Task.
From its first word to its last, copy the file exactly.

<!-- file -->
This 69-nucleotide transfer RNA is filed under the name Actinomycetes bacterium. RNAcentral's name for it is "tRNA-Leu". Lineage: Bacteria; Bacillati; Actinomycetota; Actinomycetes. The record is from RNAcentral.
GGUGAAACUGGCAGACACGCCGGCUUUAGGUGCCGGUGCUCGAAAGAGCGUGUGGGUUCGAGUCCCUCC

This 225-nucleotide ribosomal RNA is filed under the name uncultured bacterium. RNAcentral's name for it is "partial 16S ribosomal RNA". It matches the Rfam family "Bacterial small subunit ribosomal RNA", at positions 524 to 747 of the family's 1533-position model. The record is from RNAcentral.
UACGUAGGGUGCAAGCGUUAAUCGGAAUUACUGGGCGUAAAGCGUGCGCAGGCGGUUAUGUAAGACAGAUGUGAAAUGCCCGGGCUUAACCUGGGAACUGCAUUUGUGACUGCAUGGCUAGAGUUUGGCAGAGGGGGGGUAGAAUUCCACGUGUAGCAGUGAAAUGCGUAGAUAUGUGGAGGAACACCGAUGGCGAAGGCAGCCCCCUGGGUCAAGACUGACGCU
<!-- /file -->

This 69-nucleotide transfer RNA is filed under the name Actinomycetes bacterium. RNAcentral's name for it is "tRNA-Leu". Lineage: Bacteria; Bacillati; Actinomycetota; Actinomycetes. The record is from RNAcentral.
GGUGAAACUGGCAGACACGCCGGCUUUAGGUGCCGGUGCUCGAAAGAGCGUGUGGGUUCGAGUCCCUCC

This 225-nucleotide ribosomal RNA is filed under the name uncultured bacterium. RNAcentral's name for it is "partial 16S ribosomal RNA". It matches the Rfam family "Bacterial small subunit ribosomal RNA", at positions 524 to 747 of the family's 1533-position model. The record is from RNAcentral.
UACGUAGGGUGCAAGCGUUAAUCGGAAUUACUGGGCGUAAAGCGUGCGCAGGCGGUUAUGUAAGACAGAUGUGAAAUGCCCGGGCUUAACCUGGGAACUGCAUUUGUGACUGCAUGGCUAGAGUUUGGCAGAGGGGGGGUAGAAUUCCACGUGUAGCAGUGAAAUGCGUAGAUAUGUGGAGGAACACCGAUGGCGAAGGCAGCCCCCUGGGUCAAGACUGACGCU